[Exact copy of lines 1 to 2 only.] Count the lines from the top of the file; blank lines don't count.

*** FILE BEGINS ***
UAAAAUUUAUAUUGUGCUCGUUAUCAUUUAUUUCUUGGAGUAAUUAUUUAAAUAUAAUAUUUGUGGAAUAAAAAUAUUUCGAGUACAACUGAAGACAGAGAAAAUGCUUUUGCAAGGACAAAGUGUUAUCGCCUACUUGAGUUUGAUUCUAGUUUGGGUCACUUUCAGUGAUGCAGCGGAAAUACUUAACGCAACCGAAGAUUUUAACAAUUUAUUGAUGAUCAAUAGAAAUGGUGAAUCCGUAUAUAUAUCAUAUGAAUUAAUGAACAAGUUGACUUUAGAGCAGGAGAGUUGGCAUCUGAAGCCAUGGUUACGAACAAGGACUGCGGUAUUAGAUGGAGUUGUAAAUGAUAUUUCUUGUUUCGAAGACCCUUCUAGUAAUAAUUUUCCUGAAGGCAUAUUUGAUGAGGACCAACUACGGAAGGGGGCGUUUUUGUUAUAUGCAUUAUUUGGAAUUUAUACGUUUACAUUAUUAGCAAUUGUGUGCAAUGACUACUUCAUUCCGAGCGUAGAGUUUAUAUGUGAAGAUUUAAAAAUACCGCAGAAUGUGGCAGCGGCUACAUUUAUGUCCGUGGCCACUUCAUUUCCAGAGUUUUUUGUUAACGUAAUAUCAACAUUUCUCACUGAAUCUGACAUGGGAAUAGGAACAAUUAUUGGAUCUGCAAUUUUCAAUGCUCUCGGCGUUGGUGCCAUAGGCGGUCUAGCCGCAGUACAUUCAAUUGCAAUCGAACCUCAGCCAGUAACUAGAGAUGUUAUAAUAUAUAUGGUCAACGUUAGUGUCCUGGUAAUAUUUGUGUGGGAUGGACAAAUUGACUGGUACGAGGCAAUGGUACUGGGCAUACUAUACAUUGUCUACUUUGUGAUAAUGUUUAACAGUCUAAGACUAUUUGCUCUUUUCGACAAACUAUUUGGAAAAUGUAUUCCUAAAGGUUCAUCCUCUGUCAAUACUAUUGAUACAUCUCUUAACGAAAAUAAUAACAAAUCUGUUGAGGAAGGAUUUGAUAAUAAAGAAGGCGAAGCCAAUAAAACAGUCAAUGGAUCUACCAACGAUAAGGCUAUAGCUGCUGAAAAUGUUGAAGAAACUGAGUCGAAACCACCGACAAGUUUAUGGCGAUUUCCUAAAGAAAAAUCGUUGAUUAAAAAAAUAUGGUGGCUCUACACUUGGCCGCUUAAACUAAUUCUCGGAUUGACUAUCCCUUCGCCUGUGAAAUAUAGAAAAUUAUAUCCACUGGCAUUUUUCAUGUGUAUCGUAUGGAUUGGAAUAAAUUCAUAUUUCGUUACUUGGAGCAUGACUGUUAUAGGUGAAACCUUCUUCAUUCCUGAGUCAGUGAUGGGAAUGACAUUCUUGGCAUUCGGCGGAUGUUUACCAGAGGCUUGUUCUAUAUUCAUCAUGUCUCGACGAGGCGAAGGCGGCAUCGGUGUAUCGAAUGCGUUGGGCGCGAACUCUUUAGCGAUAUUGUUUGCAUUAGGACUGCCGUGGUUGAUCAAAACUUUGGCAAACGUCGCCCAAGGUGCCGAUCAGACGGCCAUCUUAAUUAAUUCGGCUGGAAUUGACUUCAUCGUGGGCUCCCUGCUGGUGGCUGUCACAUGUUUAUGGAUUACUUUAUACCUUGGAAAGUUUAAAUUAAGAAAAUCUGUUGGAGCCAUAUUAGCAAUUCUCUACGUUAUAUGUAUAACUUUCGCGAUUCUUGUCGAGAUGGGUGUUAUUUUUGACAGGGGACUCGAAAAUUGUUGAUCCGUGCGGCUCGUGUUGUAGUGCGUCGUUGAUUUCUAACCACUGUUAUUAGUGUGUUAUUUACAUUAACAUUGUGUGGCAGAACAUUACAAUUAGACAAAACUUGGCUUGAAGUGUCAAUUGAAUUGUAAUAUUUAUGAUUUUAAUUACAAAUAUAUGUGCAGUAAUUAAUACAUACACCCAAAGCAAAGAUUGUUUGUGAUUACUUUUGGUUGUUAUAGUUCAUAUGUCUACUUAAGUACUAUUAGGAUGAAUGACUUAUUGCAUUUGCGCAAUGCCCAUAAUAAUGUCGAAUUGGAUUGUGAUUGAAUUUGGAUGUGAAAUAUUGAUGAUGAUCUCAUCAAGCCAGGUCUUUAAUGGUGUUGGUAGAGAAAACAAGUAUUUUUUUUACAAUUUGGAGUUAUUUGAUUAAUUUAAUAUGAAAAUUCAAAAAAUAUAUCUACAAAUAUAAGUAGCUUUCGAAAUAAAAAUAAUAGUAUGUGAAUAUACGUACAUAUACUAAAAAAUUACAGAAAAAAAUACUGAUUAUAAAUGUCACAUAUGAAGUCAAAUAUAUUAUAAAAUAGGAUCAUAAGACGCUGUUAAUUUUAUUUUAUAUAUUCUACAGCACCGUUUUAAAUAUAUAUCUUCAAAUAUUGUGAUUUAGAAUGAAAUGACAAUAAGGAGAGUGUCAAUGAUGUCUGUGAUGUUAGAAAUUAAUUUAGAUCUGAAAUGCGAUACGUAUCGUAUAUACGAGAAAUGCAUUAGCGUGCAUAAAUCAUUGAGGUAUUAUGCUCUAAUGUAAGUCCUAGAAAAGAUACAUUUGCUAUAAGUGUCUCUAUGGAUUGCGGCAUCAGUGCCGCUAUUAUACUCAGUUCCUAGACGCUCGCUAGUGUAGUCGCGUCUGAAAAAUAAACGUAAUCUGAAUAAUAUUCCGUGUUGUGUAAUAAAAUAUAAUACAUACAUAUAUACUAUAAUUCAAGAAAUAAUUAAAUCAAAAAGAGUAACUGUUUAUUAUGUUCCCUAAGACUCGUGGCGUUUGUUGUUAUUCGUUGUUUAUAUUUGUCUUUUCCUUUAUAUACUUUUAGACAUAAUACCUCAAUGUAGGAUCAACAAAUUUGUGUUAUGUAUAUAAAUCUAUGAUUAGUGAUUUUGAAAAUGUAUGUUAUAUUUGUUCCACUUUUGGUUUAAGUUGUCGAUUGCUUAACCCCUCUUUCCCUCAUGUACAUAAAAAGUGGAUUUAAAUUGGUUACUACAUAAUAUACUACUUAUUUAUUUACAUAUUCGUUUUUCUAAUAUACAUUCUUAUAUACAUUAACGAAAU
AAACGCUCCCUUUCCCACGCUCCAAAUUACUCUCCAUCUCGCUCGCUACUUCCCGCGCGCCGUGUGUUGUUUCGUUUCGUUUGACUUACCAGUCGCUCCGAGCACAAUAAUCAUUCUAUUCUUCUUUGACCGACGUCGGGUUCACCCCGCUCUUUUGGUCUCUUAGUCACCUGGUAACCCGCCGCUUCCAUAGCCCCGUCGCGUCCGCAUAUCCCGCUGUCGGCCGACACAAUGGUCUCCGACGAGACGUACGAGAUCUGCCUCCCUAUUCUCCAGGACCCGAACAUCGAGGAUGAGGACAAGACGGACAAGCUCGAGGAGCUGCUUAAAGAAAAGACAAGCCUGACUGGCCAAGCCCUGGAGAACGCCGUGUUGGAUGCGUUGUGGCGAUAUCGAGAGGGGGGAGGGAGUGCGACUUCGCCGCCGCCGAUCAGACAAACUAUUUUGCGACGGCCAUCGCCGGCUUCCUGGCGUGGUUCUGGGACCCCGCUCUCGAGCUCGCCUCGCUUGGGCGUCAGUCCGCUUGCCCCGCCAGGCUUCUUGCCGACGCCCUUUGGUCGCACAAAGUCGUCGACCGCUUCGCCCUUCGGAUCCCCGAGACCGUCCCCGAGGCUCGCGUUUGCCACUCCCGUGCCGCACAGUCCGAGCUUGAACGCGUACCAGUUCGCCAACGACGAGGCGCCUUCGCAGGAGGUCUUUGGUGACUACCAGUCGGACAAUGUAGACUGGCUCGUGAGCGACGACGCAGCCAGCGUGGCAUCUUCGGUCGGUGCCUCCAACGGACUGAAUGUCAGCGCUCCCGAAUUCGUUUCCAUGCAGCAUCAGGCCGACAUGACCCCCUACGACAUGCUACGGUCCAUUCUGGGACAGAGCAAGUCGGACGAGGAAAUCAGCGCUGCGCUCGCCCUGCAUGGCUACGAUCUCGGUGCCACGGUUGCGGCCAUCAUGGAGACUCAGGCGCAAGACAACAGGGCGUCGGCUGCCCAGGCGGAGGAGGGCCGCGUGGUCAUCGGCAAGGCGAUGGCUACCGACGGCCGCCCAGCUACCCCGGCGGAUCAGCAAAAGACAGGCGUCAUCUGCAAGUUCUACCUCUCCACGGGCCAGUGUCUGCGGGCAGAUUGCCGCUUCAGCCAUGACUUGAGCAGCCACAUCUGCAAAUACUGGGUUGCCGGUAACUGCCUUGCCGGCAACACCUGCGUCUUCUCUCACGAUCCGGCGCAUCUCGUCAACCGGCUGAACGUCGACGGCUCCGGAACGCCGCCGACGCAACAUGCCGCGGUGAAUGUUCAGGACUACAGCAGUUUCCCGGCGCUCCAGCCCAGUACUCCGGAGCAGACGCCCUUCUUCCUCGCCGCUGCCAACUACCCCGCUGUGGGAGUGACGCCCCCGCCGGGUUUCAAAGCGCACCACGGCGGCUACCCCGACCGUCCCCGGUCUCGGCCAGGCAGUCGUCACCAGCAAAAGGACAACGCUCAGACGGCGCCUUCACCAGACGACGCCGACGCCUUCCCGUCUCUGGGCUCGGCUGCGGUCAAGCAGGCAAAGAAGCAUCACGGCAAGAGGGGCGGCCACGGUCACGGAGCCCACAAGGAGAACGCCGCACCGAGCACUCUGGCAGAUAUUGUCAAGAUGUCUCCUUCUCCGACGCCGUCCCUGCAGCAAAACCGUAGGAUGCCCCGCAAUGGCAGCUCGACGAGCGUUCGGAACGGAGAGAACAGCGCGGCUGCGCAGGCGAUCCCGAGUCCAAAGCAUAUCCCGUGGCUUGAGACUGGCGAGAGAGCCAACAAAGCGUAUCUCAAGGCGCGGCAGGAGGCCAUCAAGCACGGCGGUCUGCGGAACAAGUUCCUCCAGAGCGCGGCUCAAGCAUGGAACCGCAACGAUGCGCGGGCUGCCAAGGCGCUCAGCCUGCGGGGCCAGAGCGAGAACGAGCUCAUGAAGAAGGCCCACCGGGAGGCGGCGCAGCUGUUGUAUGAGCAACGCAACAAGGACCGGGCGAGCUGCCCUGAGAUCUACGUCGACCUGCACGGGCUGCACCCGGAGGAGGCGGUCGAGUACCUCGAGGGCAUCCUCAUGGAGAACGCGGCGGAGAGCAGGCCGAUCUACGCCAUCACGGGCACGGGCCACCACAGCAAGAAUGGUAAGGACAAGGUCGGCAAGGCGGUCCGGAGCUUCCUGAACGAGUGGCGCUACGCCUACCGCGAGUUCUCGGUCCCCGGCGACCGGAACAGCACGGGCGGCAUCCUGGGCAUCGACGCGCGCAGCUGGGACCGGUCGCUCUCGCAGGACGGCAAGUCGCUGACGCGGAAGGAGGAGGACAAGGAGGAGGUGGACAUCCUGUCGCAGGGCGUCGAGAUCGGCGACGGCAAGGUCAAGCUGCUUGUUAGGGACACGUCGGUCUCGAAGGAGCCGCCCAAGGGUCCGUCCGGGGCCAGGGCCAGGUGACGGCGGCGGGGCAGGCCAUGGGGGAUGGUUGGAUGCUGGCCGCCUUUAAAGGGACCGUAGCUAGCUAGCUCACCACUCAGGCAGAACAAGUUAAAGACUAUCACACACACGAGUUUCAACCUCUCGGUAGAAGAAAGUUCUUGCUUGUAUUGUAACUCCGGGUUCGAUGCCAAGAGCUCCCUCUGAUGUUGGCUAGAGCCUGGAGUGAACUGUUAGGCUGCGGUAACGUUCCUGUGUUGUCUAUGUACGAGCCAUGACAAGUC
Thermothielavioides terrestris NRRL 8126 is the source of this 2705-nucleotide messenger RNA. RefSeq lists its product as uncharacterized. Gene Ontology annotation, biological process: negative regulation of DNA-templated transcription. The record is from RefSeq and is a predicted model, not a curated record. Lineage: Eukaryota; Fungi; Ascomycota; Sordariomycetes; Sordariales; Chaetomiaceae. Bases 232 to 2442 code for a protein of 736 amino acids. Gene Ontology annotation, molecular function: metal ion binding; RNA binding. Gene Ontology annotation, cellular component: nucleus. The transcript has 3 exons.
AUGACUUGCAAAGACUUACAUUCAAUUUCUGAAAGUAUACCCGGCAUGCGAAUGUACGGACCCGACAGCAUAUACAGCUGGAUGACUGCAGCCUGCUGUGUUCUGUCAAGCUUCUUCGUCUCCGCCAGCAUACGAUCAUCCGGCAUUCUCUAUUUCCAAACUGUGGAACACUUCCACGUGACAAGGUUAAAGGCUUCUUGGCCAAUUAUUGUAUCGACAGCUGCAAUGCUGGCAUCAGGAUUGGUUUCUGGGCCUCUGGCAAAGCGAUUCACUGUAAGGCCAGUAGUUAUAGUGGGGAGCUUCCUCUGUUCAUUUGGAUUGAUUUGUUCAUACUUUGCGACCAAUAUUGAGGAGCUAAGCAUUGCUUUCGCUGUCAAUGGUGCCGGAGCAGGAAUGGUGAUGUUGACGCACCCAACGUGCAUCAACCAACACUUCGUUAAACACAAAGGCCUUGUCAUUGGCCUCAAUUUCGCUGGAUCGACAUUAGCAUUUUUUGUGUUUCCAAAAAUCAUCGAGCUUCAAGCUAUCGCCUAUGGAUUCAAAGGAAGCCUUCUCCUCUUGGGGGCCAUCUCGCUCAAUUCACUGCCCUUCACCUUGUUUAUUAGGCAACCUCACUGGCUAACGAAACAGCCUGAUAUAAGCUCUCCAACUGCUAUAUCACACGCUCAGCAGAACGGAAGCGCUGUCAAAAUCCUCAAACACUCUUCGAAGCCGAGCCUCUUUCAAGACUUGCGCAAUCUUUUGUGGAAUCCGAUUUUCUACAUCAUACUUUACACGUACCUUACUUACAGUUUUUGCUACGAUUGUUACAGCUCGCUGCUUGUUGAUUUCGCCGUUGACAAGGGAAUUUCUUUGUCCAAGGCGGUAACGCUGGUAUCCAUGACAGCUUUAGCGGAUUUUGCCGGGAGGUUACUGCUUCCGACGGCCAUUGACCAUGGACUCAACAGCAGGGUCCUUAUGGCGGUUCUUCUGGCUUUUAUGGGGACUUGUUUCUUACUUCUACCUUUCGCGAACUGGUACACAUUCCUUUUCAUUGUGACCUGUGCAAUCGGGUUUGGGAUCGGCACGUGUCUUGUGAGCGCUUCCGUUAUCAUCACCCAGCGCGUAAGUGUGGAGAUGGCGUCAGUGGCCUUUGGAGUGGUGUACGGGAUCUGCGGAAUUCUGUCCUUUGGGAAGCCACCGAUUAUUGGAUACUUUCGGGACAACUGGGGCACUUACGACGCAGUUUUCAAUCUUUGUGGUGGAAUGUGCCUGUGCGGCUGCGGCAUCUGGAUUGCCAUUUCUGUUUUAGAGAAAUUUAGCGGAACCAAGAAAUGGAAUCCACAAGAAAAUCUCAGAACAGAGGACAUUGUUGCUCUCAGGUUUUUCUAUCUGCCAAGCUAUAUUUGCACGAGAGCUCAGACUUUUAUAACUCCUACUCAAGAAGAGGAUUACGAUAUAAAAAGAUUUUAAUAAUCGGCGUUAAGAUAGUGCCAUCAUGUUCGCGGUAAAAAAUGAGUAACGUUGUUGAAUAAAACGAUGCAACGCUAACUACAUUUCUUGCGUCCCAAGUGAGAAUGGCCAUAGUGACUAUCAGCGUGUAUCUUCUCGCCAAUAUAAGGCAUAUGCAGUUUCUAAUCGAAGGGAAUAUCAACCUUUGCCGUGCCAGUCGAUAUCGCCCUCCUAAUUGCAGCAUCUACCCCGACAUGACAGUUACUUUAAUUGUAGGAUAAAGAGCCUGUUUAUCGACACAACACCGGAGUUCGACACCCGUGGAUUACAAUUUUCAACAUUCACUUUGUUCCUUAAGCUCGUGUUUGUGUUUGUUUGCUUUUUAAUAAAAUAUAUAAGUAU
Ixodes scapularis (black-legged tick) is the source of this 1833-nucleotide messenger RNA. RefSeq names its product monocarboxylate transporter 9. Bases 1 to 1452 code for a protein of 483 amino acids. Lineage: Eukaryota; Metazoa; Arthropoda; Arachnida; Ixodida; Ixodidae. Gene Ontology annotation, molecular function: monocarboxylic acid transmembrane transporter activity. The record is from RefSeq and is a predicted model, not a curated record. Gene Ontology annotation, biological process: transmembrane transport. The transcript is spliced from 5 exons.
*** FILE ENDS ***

UAAAAUUUAUAUUGUGCUCGUUAUCAUUUAUUUCUUGGAGUAAUUAUUUAAAUAUAAUAUUUGUGGAAUAAAAAUAUUUCGAGUACAACUGAAGACAGAGAAAAUGCUUUUGCAAGGACAAAGUGUUAUCGCCUACUUGAGUUUGAUUCUAGUUUGGGUCACUUUCAGUGAUGCAGCGGAAAUACUUAACGCAACCGAAGAUUUUAACAAUUUAUUGAUGAUCAAUAGAAAUGGUGAAUCCGUAUAUAUAUCAUAUGAAUUAAUGAACAAGUUGACUUUAGAGCAGGAGAGUUGGCAUCUGAAGCCAUGGUUACGAACAAGGACUGCGGUAUUAGAUGGAGUUGUAAAUGAUAUUUCUUGUUUCGAAGACCCUUCUAGUAAUAAUUUUCCUGAAGGCAUAUUUGAUGAGGACCAACUACGGAAGGGGGCGUUUUUGUUAUAUGCAUUAUUUGGAAUUUAUACGUUUACAUUAUUAGCAAUUGUGUGCAAUGACUACUUCAUUCCGAGCGUAGAGUUUAUAUGUGAAGAUUUAAAAAUACCGCAGAAUGUGGCAGCGGCUACAUUUAUGUCCGUGGCCACUUCAUUUCCAGAGUUUUUUGUUAACGUAAUAUCAACAUUUCUCACUGAAUCUGACAUGGGAAUAGGAACAAUUAUUGGAUCUGCAAUUUUCAAUGCUCUCGGCGUUGGUGCCAUAGGCGGUCUAGCCGCAGUACAUUCAAUUGCAAUCGAACCUCAGCCAGUAACUAGAGAUGUUAUAAUAUAUAUGGUCAACGUUAGUGUCCUGGUAAUAUUUGUGUGGGAUGGACAAAUUGACUGGUACGAGGCAAUGGUACUGGGCAUACUAUACAUUGUCUACUUUGUGAUAAUGUUUAACAGUCUAAGACUAUUUGCUCUUUUCGACAAACUAUUUGGAAAAUGUAUUCCUAAAGGUUCAUCCUCUGUCAAUACUAUUGAUACAUCUCUUAACGAAAAUAAUAACAAAUCUGUUGAGGAAGGAUUUGAUAAUAAAGAAGGCGAAGCCAAUAAAACAGUCAAUGGAUCUACCAACGAUAAGGCUAUAGCUGCUGAAAAUGUUGAAGAAACUGAGUCGAAACCACCGACAAGUUUAUGGCGAUUUCCUAAAGAAAAAUCGUUGAUUAAAAAAAUAUGGUGGCUCUACACUUGGCCGCUUAAACUAAUUCUCGGAUUGACUAUCCCUUCGCCUGUGAAAUAUAGAAAAUUAUAUCCACUGGCAUUUUUCAUGUGUAUCGUAUGGAUUGGAAUAAAUUCAUAUUUCGUUACUUGGAGCAUGACUGUUAUAGGUGAAACCUUCUUCAUUCCUGAGUCAGUGAUGGGAAUGACAUUCUUGGCAUUCGGCGGAUGUUUACCAGAGGCUUGUUCUAUAUUCAUCAUGUCUCGACGAGGCGAAGGCGGCAUCGGUGUAUCGAAUGCGUUGGGCGCGAACUCUUUAGCGAUAUUGUUUGCAUUAGGACUGCCGUGGUUGAUCAAAACUUUGGCAAACGUCGCCCAAGGUGCCGAUCAGACGGCCAUCUUAAUUAAUUCGGCUGGAAUUGACUUCAUCGUGGGCUCCCUGCUGGUGGCUGUCACAUGUUUAUGGAUUACUUUAUACCUUGGAAAGUUUAAAUUAAGAAAAUCUGUUGGAGCCAUAUUAGCAAUUCUCUACGUUAUAUGUAUAACUUUCGCGAUUCUUGUCGAGAUGGGUGUUAUUUUUGACAGGGGACUCGAAAAUUGUUGAUCCGUGCGGCUCGUGUUGUAGUGCGUCGUUGAUUUCUAACCACUGUUAUUAGUGUGUUAUUUACAUUAACAUUGUGUGGCAGAACAUUACAAUUAGACAAAACUUGGCUUGAAGUGUCAAUUGAAUUGUAAUAUUUAUGAUUUUAAUUACAAAUAUAUGUGCAGUAAUUAAUACAUACACCCAAAGCAAAGAUUGUUUGUGAUUACUUUUGGUUGUUAUAGUUCAUAUGUCUACUUAAGUACUAUUAGGAUGAAUGACUUAUUGCAUUUGCGCAAUGCCCAUAAUAAUGUCGAAUUGGAUUGUGAUUGAAUUUGGAUGUGAAAUAUUGAUGAUGAUCUCAUCAAGCCAGGUCUUUAAUGGUGUUGGUAGAGAAAACAAGUAUUUUUUUUACAAUUUGGAGUUAUUUGAUUAAUUUAAUAUGAAAAUUCAAAAAAUAUAUCUACAAAUAUAAGUAGCUUUCGAAAUAAAAAUAAUAGUAUGUGAAUAUACGUACAUAUACUAAAAAAUUACAGAAAAAAAUACUGAUUAUAAAUGUCACAUAUGAAGUCAAAUAUAUUAUAAAAUAGGAUCAUAAGACGCUGUUAAUUUUAUUUUAUAUAUUCUACAGCACCGUUUUAAAUAUAUAUCUUCAAAUAUUGUGAUUUAGAAUGAAAUGACAAUAAGGAGAGUGUCAAUGAUGUCUGUGAUGUUAGAAAUUAAUUUAGAUCUGAAAUGCGAUACGUAUCGUAUAUACGAGAAAUGCAUUAGCGUGCAUAAAUCAUUGAGGUAUUAUGCUCUAAUGUAAGUCCUAGAAAAGAUACAUUUGCUAUAAGUGUCUCUAUGGAUUGCGGCAUCAGUGCCGCUAUUAUACUCAGUUCCUAGACGCUCGCUAGUGUAGUCGCGUCUGAAAAAUAAACGUAAUCUGAAUAAUAUUCCGUGUUGUGUAAUAAAAUAUAAUACAUACAUAUAUACUAUAAUUCAAGAAAUAAUUAAAUCAAAAAGAGUAACUGUUUAUUAUGUUCCCUAAGACUCGUGGCGUUUGUUGUUAUUCGUUGUUUAUAUUUGUCUUUUCCUUUAUAUACUUUUAGACAUAAUACCUCAAUGUAGGAUCAACAAAUUUGUGUUAUGUAUAUAAAUCUAUGAUUAGUGAUUUUGAAAAUGUAUGUUAUAUUUGUUCCACUUUUGGUUUAAGUUGUCGAUUGCUUAACCCCUCUUUCCCUCAUGUACAUAAAAAGUGGAUUUAAAUUGGUUACUACAUAAUAUACUACUUAUUUAUUUACAUAUUCGUUUUUCUAAUAUACAUUCUUAUAUACAUUAACGAAAU
AAACGCUCCCUUUCCCACGCUCCAAAUUACUCUCCAUCUCGCUCGCUACUUCCCGCGCGCCGUGUGUUGUUUCGUUUCGUUUGACUUACCAGUCGCUCCGAGCACAAUAAUCAUUCUAUUCUUCUUUGACCGACGUCGGGUUCACCCCGCUCUUUUGGUCUCUUAGUCACCUGGUAACCCGCCGCUUCCAUAGCCCCGUCGCGUCCGCAUAUCCCGCUGUCGGCCGACACAAUGGUCUCCGACGAGACGUACGAGAUCUGCCUCCCUAUUCUCCAGGACCCGAACAUCGAGGAUGAGGACAAGACGGACAAGCUCGAGGAGCUGCUUAAAGAAAAGACAAGCCUGACUGGCCAAGCCCUGGAGAACGCCGUGUUGGAUGCGUUGUGGCGAUAUCGAGAGGGGGGAGGGAGUGCGACUUCGCCGCCGCCGAUCAGACAAACUAUUUUGCGACGGCCAUCGCCGGCUUCCUGGCGUGGUUCUGGGACCCCGCUCUCGAGCUCGCCUCGCUUGGGCGUCAGUCCGCUUGCCCCGCCAGGCUUCUUGCCGACGCCCUUUGGUCGCACAAAGUCGUCGACCGCUUCGCCCUUCGGAUCCCCGAGACCGUCCCCGAGGCUCGCGUUUGCCACUCCCGUGCCGCACAGUCCGAGCUUGAACGCGUACCAGUUCGCCAACGACGAGGCGCCUUCGCAGGAGGUCUUUGGUGACUACCAGUCGGACAAUGUAGACUGGCUCGUGAGCGACGACGCAGCCAGCGUGGCAUCUUCGGUCGGUGCCUCCAACGGACUGAAUGUCAGCGCUCCCGAAUUCGUUUCCAUGCAGCAUCAGGCCGACAUGACCCCCUACGACAUGCUACGGUCCAUUCUGGGACAGAGCAAGUCGGACGAGGAAAUCAGCGCUGCGCUCGCCCUGCAUGGCUACGAUCUCGGUGCCACGGUUGCGGCCAUCAUGGAGACUCAGGCGCAAGACAACAGGGCGUCGGCUGCCCAGGCGGAGGAGGGCCGCGUGGUCAUCGGCAAGGCGAUGGCUACCGACGGCCGCCCAGCUACCCCGGCGGAUCAGCAAAAGACAGGCGUCAUCUGCAAGUUCUACCUCUCCACGGGCCAGUGUCUGCGGGCAGAUUGCCGCUUCAGCCAUGACUUGAGCAGCCACAUCUGCAAAUACUGGGUUGCCGGUAACUGCCUUGCCGGCAACACCUGCGUCUUCUCUCACGAUCCGGCGCAUCUCGUCAACCGGCUGAACGUCGACGGCUCCGGAACGCCGCCGACGCAACAUGCCGCGGUGAAUGUUCAGGACUACAGCAGUUUCCCGGCGCUCCAGCCCAGUACUCCGGAGCAGACGCCCUUCUUCCUCGCCGCUGCCAACUACCCCGCUGUGGGAGUGACGCCCCCGCCGGGUUUCAAAGCGCACCACGGCGGCUACCCCGACCGUCCCCGGUCUCGGCCAGGCAGUCGUCACCAGCAAAAGGACAACGCUCAGACGGCGCCUUCACCAGACGACGCCGACGCCUUCCCGUCUCUGGGCUCGGCUGCGGUCAAGCAGGCAAAGAAGCAUCACGGCAAGAGGGGCGGCCACGGUCACGGAGCCCACAAGGAGAACGCCGCACCGAGCACUCUGGCAGAUAUUGUCAAGAUGUCUCCUUCUCCGACGCCGUCCCUGCAGCAAAACCGUAGGAUGCCCCGCAAUGGCAGCUCGACGAGCGUUCGGAACGGAGAGAACAGCGCGGCUGCGCAGGCGAUCCCGAGUCCAAAGCAUAUCCCGUGGCUUGAGACUGGCGAGAGAGCCAACAAAGCGUAUCUCAAGGCGCGGCAGGAGGCCAUCAAGCACGGCGGUCUGCGGAACAAGUUCCUCCAGAGCGCGGCUCAAGCAUGGAACCGCAACGAUGCGCGGGCUGCCAAGGCGCUCAGCCUGCGGGGCCAGAGCGAGAACGAGCUCAUGAAGAAGGCCCACCGGGAGGCGGCGCAGCUGUUGUAUGAGCAACGCAACAAGGACCGGGCGAGCUGCCCUGAGAUCUACGUCGACCUGCACGGGCUGCACCCGGAGGAGGCGGUCGAGUACCUCGAGGGCAUCCUCAUGGAGAACGCGGCGGAGAGCAGGCCGAUCUACGCCAUCACGGGCACGGGCCACCACAGCAAGAAUGGUAAGGACAAGGUCGGCAAGGCGGUCCGGAGCUUCCUGAACGAGUGGCGCUACGCCUACCGCGAGUUCUCGGUCCCCGGCGACCGGAACAGCACGGGCGGCAUCCUGGGCAUCGACGCGCGCAGCUGGGACCGGUCGCUCUCGCAGGACGGCAAGUCGCUGACGCGGAAGGAGGAGGACAAGGAGGAGGUGGACAUCCUGUCGCAGGGCGUCGAGAUCGGCGACGGCAAGGUCAAGCUGCUUGUUAGGGACACGUCGGUCUCGAAGGAGCCGCCCAAGGGUCCGUCCGGGGCCAGGGCCAGGUGACGGCGGCGGGGCAGGCCAUGGGGGAUGGUUGGAUGCUGGCCGCCUUUAAAGGGACCGUAGCUAGCUAGCUCACCACUCAGGCAGAACAAGUUAAAGACUAUCACACACACGAGUUUCAACCUCUCGGUAGAAGAAAGUUCUUGCUUGUAUUGUAACUCCGGGUUCGAUGCCAAGAGCUCCCUCUGAUGUUGGCUAGAGCCUGGAGUGAACUGUUAGGCUGCGGUAACGUUCCUGUGUUGUCUAUGUACGAGCCAUGACAAGUC